By Mark Warburton, Ivory Egg.
Temperature is a funny thing. The difference between being comfortable and too hot is a very fine margin, but when the threshold is crossed, it’s suddenly way too hot! The fluctuating temperature in the UK is a stark reminder of this, particularly when you are working in a building with poor insulation and a tin roof. In our training room, the roof acts as a fantastic heating element, but unfortunately it is not under the control of the KNX system.
Usually there are only a few days a year when this causes issues in the building, but with an increase in the frequency of our KNX training, plus the imminent launch of a new heating course, we felt the time was right to install air conditioning (AC) in the training room. After all, it’s rather difficult proving that a heating system works when the room is over 25°C.
With a KNX system already operating throughout the building, it seems logical to integrate the new AC unit into the wider control system. A quick check of the internal AC unit’s model number against one of the numerous KNX-AC interface units’ compatibility chart confirmed that it will be easy to take control of the unit. But what are the benefits and how do we manage the inevitable input from the AC installation company that they must install the supplied AC keypad?
Benefits of KNX integration
As is common in most homes with AC, we have a separate system in place for the heating. This means an interlock is required in order to ensure that the two systems don’t compete. With KNX however, the interlock is actually the deadband in the thermostat. By having one control system in place instead of two separate ones, the KNX room thermostat is able to make intelligent decisions on which system to use. It could even use the AC in heating mode to boost the heating system when there is a large enough demand.
If the temperature in a room is being entirely managed by the AC unit, there are still some key benefits when adding KNX control. For example, being able to control all rooms in the building simultaneously or setting up timers to change the set point at certain times of the day, is usually only possible when you install a central AC control unit, but with KNX, it is achieved easily. Also, if your alarm is already integrated into the KNX system to shut off the lighting when you leave, then extending this to shut down the AC is very simple. Trying to achieve the same functionality without KNX is much harder, particularly if there is no central AC control unit. Or it could just be that you want a better-looking keypad on the wall.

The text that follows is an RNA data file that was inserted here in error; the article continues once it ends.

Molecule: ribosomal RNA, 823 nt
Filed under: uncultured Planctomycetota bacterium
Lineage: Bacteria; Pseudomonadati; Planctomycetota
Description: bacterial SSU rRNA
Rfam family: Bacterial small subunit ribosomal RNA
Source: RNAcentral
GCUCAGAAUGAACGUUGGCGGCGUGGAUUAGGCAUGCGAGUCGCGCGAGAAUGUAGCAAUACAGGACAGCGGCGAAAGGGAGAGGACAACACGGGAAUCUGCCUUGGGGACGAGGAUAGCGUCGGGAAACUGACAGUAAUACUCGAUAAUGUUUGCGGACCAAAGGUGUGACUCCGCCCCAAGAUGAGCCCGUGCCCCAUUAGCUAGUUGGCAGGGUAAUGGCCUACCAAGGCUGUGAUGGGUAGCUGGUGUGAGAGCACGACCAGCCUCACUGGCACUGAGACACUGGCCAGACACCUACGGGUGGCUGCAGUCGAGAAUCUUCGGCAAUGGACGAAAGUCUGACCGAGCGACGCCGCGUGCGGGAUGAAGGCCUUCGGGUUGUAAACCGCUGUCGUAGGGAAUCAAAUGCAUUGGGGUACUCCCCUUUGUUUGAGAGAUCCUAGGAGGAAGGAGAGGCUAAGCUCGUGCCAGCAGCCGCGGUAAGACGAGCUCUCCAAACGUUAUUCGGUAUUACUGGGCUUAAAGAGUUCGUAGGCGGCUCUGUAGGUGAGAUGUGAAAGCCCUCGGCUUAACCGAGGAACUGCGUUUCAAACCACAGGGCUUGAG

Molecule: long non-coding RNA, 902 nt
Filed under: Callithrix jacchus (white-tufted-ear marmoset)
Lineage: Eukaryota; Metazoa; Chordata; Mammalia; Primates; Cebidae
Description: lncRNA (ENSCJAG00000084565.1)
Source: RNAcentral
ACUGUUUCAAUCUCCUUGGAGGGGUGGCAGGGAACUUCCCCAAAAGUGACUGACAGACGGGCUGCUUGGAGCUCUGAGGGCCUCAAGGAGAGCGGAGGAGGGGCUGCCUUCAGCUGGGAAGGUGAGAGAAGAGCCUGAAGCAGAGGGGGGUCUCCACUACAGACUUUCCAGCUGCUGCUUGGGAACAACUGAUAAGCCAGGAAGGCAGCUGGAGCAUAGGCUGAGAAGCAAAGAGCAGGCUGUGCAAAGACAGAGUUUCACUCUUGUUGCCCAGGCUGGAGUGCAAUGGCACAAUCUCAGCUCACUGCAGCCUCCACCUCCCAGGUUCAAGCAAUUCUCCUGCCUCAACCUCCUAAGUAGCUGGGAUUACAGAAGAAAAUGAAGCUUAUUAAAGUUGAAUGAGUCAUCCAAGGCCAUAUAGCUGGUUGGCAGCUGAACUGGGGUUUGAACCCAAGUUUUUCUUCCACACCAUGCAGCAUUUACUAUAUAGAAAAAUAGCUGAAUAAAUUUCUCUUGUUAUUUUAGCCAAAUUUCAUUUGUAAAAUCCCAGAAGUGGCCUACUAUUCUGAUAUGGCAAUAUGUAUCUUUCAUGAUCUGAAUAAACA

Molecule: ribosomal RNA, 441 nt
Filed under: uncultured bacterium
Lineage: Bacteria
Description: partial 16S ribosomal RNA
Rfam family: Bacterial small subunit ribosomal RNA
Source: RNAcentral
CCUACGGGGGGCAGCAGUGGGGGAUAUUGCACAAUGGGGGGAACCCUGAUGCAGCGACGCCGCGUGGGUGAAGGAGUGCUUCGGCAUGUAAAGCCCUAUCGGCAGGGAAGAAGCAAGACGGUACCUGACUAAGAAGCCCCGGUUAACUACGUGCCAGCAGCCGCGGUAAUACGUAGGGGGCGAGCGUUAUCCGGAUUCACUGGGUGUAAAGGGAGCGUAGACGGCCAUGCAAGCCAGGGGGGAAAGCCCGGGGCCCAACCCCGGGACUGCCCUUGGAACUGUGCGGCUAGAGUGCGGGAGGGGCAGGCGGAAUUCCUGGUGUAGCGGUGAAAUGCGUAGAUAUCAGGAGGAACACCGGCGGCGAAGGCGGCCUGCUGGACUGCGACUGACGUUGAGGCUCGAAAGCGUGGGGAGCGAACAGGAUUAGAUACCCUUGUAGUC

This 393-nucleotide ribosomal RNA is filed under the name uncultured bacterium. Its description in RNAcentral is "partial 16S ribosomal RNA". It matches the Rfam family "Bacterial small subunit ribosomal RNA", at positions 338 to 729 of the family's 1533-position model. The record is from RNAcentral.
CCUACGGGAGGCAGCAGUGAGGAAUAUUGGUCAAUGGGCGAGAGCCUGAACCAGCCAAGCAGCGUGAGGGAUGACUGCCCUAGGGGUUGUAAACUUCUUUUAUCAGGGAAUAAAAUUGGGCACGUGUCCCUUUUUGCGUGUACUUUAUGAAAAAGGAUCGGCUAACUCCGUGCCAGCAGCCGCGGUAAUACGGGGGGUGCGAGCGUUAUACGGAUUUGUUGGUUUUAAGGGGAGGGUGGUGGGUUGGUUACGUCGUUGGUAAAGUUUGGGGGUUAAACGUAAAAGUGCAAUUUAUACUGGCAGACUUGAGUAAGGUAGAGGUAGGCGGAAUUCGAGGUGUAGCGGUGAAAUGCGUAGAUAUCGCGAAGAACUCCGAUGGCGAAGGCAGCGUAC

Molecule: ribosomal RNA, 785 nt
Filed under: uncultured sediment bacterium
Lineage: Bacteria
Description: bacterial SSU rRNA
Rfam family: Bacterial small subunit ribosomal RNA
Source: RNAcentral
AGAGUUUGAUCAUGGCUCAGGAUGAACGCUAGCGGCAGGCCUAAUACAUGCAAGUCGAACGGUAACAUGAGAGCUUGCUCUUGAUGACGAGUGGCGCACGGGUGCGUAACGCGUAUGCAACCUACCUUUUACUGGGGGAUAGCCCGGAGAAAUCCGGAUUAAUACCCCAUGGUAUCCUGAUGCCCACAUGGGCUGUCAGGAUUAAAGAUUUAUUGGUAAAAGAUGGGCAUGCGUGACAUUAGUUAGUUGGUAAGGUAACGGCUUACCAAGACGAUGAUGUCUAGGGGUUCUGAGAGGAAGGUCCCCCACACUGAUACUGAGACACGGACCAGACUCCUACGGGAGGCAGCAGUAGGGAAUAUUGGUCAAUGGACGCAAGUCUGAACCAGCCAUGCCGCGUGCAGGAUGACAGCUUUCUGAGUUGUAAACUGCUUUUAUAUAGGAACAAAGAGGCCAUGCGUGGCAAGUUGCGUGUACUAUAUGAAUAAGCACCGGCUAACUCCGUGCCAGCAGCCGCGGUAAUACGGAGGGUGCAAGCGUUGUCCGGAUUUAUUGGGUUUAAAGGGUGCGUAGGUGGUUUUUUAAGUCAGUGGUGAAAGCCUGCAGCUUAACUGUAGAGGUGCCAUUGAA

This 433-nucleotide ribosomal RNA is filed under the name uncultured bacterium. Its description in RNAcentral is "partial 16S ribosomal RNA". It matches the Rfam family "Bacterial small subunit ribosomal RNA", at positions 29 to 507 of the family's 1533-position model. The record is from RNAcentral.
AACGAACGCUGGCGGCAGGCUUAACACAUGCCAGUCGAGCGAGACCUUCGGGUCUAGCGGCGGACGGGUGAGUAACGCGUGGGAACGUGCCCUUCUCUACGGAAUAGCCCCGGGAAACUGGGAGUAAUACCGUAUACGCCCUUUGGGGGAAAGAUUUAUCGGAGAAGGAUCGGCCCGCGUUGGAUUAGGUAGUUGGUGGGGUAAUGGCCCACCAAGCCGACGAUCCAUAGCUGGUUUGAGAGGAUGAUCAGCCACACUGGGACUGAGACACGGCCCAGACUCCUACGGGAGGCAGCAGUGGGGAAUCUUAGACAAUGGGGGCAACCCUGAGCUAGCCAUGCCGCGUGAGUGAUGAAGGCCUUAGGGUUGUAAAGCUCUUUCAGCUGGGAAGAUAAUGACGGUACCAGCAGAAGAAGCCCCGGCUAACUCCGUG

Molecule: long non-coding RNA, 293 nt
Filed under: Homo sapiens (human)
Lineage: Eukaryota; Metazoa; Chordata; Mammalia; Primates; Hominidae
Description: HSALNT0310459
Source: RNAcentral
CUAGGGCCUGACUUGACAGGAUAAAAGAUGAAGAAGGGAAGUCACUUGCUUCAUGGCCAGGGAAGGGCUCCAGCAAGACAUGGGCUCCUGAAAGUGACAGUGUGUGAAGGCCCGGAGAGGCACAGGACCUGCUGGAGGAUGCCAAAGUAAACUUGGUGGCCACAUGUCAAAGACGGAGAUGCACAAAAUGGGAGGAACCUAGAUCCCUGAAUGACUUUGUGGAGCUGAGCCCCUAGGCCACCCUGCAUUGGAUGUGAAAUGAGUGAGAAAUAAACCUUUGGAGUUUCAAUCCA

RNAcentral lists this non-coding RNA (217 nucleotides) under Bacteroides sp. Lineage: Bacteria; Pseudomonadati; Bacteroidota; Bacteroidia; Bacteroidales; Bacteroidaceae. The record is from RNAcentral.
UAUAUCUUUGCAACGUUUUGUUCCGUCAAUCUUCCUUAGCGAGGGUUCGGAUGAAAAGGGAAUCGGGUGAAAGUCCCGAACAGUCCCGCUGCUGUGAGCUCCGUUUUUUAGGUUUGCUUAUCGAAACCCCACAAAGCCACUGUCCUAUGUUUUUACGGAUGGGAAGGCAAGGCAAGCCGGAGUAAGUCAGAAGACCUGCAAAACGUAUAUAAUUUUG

Thankfully, the majority of KNX AC interfaces allow complete control without the need for the original wall controller or remote. However, that is not the end of the story. Whenever two systems are integrated, it is best practice to have both systems working independently first. This means the AC installers will still need to use the proprietary controller, as without this, it is far too easy for each party to blame the other when the systems aren’t working properly.
To avoid having multiple keypads, it may be possible for the AC installers to use a remote instead of a wired controller, or for the wired keypad to be mounted in a ceiling recess or even centrally. It is also common for the keypad to be connected temporarily to the AC unit solely for the purpose of commissioning, and then removed from site, handing full control to the KNX system. Although these options sound convoluted, it is the best way to allow the AC system to be installed and commissioned correctly whilst not compromising on the benefits of using a KNX system.
Of course, being in the UK, by the time the AC unit has been installed, the weather will have returned to grey and cold. But by using a KNX keypad with multiple stages of heating and cooling, the training room will be kept at a constant temperature, even if heating and cooling are required in the same day. The next challenge is to integrate a calendar into the KNX system so that the training room will automatically change its set point based on the planned usage of the room – which would be really cool.
Mark Warburton is the Technical Director of Ivory Egg (UK) Ltd, a supplier of leading KNX products and provider of KNX training courses.